Intermodal, not Long-Haul
In January 2014, SupplyChainBrain published an article entitled, “Intermodal Thrives, While Long-haul Trucking Dives.” In the article, the author details how after years of struggle to match the service levels of long-haul trucking, in October 2013 intermodal saw an all-time high for total revenue movements in the U.S.—with all indications pointing to the upward trend continuing.
The recent uptick in growth can be attributed to an increased recognition of the benefits of intermodal transportation, namely cost savings, environmental benefits, and highway safety results. The benefits extend to the shippers, who see lower rates combined with more predictable pricing, as well as the flexibility of loading and unloading goods in a dropped trailer environment, which generally reduces handling costs. Increasingly, shippers are recognizing that this cost savings outweighs the speed by which they can move their goods via long-haul truck.
The experts also weigh in in favor of intermodal’s growth: the Federal Highway Administration estimates intermodal transportation will increase in popularity as traditional over-the-road freight networks are less able to meet demand, and he ATA calculates intermodal will grow an average of 5.1 percent a year until 2018. With years of recession finally falling away, the shift makes sense, according to Ryan Bouchard, an analyst with Avondale Partners: “The message of less costly and more efficient movement is resonating with clients.”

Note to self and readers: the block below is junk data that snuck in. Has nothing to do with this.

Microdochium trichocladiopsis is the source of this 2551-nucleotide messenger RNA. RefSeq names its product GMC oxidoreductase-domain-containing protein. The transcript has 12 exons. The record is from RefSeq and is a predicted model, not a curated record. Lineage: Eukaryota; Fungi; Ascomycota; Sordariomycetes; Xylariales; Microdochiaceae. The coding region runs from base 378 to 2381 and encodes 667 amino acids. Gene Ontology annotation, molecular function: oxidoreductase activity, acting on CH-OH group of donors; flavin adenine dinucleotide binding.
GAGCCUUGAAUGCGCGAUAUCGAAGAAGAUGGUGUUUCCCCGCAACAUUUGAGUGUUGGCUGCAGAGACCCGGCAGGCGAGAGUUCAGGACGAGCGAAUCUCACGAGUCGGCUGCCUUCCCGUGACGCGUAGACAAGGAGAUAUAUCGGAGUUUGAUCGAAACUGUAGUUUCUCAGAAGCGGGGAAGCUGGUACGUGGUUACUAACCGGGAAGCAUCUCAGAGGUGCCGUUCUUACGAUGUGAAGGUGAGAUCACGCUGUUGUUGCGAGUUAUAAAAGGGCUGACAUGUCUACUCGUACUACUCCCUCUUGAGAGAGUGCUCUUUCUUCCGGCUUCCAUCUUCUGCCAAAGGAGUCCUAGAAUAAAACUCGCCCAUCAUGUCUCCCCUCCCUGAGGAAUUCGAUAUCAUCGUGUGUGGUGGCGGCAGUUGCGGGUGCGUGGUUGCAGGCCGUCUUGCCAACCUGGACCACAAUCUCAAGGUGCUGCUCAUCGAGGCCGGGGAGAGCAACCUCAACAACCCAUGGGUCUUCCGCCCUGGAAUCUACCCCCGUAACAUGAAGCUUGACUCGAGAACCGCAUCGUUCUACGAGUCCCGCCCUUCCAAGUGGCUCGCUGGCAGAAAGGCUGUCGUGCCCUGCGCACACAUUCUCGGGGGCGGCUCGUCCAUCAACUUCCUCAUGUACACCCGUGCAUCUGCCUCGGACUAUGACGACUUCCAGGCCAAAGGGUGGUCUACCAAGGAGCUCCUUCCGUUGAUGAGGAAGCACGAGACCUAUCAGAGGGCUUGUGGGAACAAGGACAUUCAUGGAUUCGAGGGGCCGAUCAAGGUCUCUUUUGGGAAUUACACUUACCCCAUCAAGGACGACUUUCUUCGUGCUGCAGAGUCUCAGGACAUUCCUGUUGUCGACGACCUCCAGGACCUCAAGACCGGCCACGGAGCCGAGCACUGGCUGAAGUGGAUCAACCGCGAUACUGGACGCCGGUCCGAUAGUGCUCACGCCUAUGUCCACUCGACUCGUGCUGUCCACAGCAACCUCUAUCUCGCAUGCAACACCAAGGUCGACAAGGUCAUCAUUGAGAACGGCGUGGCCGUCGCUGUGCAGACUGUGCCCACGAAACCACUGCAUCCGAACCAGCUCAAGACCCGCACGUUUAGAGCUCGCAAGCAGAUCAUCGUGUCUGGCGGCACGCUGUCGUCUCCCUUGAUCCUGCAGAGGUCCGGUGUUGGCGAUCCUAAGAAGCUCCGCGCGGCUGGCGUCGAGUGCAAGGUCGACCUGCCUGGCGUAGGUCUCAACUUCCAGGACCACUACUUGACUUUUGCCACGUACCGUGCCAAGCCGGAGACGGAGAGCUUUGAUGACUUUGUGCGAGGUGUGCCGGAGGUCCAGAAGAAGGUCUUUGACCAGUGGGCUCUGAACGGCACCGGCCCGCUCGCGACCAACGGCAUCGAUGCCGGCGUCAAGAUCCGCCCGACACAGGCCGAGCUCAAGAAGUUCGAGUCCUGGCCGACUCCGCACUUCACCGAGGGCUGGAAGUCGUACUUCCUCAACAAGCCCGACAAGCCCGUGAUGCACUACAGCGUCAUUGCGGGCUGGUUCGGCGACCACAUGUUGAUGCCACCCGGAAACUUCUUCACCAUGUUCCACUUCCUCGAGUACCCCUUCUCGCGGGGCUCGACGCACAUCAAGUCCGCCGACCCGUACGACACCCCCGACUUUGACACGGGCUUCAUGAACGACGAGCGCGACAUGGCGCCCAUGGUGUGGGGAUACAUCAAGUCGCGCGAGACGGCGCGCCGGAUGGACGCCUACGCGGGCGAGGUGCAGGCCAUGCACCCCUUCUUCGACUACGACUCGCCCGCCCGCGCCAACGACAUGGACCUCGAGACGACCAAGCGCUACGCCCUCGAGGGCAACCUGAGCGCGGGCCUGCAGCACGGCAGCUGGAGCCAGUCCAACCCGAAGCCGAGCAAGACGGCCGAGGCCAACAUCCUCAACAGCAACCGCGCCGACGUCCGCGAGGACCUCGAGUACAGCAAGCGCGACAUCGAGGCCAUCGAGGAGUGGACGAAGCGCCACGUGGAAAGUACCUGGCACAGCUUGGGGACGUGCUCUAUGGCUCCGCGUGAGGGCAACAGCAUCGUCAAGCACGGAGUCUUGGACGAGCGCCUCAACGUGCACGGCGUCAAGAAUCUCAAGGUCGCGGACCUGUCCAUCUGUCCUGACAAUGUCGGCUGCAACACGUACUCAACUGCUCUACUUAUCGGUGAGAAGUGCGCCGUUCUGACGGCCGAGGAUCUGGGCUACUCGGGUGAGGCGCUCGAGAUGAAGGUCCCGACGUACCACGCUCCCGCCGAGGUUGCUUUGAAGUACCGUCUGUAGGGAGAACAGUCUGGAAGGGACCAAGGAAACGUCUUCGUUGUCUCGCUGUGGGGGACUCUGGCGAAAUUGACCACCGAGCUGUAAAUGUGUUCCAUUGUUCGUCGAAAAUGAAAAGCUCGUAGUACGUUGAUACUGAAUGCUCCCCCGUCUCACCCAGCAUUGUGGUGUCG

In addition to the benefits to customers and business, drivers are also beginning to realize the perks of driving intermodally—from being home and spending most nights and weekends with their families, to showering daily (without worrying about a shower ticket). As independent business owners, intermodal drivers are also able to control maintenance costs by working with familiar shop/mechanic, and running round trips—without waiting or deadheading for a backhaul.
With pay grossing $2500 to $3000+ per week with the right work ethic, drivers can earn a living—while having a life.